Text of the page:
If my partner opens one heart, and I respond one spade, am I showing four or five spades?

3 Answers 3


In Standard American bidding (and 2/1 game forcing for that matter), after partner's 1H opening, 1S promises at least 4 spades. After 1H-1S, partner's mostly likely calls are 1NT (5332 shape with no more than 14 HCP), 2 of a minor (5-4 or better in the bid suits, may have anything short of a game force in terms of values), 2H (6+ hearts, probably less than 17 high card points), 2NT (18-19 HCP, 5332 shape), or some number of spades.

After 1H-1S-1NT, your rebids:

  • 2H: This is a tough one. Probably 5 spades, a doubleton heart honor, and shortness in one of the minors. You're taking the position that playing 2H in a 5-2 fit is better than playing 1NT (if you had 3 hearts and a weak hand, you shouldn't have bothered to show spades).

  • 2S: The 2S rebid shows a weak hand, usually with 6+ spades (though it could be an exceptionally weak hand with shortness somewhere and only 5 spades, e.g. Qxxxx x Kxx xxxx, which rates to take 0-1 tricks at NT but a few tricks with spades as trumps).

  • 2NT: Invitational values, likely exactly 4 spades and 2 hearts.

  • 3NT: Game forcing values, likely exactly 4 spades and 2 hearts.

  • 2m: You should have a discussion with your partners about this auction, but SAYC says this should be non-forcing and natural.

  • 3H: 3-card heart support, invitational values.

  • pass: any weakish hand not covered above.

After 1H-1S-2m:

  • Pass: A weak hand with 3- or 4-card support for the minor and usually a singleton or void in hearts.

  • 2H: A weak hand, virtually guaranteed to have a heart doubleton (again, with 3-card support, why not raise hearts in the first place?)

  • 2S: Shows 6 spades or better (or, more rarely, a weak 5-5 in spades and the unbid minor with a singleton heart). With other shapes and a weak hand, correct to 2H with a doubleton heart or pass partner's minor.

  • 2NT: Balanced, invitational.

  • 3m: 4-card support for the minor, invitational values.

  • 3S: 6+ spades, invitational values

  • The fourth suit at the cheapest level: forcing for one round, unable to make a natural bid at this point. Examples:

    • Interested in 3NT but unable to stop the unbid minor.
    • Interested in slam in one of partner's suits and thus unwilling to jump directly to game.
    • Interest in a spade slam but require more information from partner

After 1H-1S-2H: - 2S: This shows a weak hand with 6 spades or better and likely a heart void; why else correct from partner's 6-card suit to yours?

  • 2NT: Natural, invitational.

  • 3m: Natural and game forcing.

  • 3H: Invitational with 3 hearts.

Obviously, this doesn't cover all the bases, but it lays out some of the most common situations.

  • Don't rebid 5-card suits unless as a positive statement of strength. You should know better @ruds, as your comments on Bridge are usually sensible. Commented Nov 12, 2013 at 23:07
  • Are you referring to 1H-1S-1NT-2S or 1H-1S-2m-2S? The first seems pretty sensible; without a doubleton spade, opener either has 6 hearts or a 4-card minor and so is not rebidding 1NT; therefore it is often reasonable to improve 1NT to 2S with a weak hand and 5 spades. As for a weak hand with 5=1=5=2 shape, 2D and 2NT are both stronger actions. Do you prefer a preference to 2S with that hand, or passing in a possible 4-2 fit? Anything you do could be wrong.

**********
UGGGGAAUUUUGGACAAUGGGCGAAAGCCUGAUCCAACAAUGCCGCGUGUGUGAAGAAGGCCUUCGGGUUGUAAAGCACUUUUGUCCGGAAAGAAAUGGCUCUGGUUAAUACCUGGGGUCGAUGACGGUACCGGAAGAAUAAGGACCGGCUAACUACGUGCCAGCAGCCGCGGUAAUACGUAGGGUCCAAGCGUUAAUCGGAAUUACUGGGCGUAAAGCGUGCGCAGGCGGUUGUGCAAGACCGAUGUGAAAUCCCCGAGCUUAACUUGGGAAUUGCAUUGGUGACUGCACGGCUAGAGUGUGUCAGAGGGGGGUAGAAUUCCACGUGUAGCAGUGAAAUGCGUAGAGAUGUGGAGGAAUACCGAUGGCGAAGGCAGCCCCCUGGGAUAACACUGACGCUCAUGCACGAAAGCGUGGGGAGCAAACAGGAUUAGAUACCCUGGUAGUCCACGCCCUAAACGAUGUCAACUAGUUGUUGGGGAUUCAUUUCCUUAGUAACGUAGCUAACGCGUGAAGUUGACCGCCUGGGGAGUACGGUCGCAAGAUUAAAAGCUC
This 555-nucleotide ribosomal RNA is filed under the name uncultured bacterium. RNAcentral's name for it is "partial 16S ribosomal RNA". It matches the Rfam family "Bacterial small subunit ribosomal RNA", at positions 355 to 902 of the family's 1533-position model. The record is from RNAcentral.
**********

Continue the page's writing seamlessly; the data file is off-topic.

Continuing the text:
– ruds
    Commented Nov 13, 2013 at 0:33
  • Don't rebid a five ward suit with weakness. Partner will take you for 6, and is required to pass you with a void unless she is strong. Would you rather play in a 4-2 or a 5-0? Remember that partner's 1H opening, even playing 4-card majors, will be 5 cards long more than 70% of the time. Commented Nov 13, 2013 at 5:34
  • Rebidding a 5-card suit with a weak hand is the undeniable sign of a novice, who has yet to grasp the true fundamentals of bidding. Get over it. Read the literature on any decent web site, like Richard Pavlicek's (rpbridge.net/bbtc.htm), if you don't believe me. Commented Nov 13, 2013 at 5:42
  • 3
    You are simply wrong about correcting the 1NT rebid back you your 5-card suit; partner certainly doesn't have a void. After 1h-1s-2m when you hold 5-5 in spades and the other minor and a stiff heart, any call you take could be right or wrong, but I take comfort in the fact that partner's most likely shape is 5422, and so at MPs I bid the major. At imps, you haven't been doubled yet, so probably pass is the best call.
    – ruds
    Commented Nov 13, 2013 at 16:34

You need only four spades to respond one spade.

When your partner opens, you are expected to try to keep the bidding open if possible. That's why you need only four of a major to respond, and as little six points (although you may have a lot more). The fact that you have four spades is valuable information. Your bid (in a new suit) is forcing, meaning that you will get a chance to bid again and show your other values.

A small percentage of the time, partner will be 5-4 in hearts and spades, and be able to raise spades, and you'll have a 4-4 fit.

More often, there will be a try for a no trump contract. Partner may bid no trump if spades is the only suit where s/he is short. If partner is 5-4 in hearts and a minor, the minor will be bid, and if you have the other minor, you can bid no trump.

Occasionally, you'll find a 4-4 fit in a minor, and make a part score. Game is unlikely unless you and partner have at least 28-29 points between you.


One spade over one heart may indicate transfer to 1NT by opener as one spade may have weak hand with minimum 3 carder weak Spade. After 1NT rebid it is passed so that strong hand does not become dummy

  • If you are suggesting this as a convention, it is not really an answer since it needs to be agreed with partner beforehand. Or is there a system where this is normal? Commented Apr 1, 2014 at 11:46

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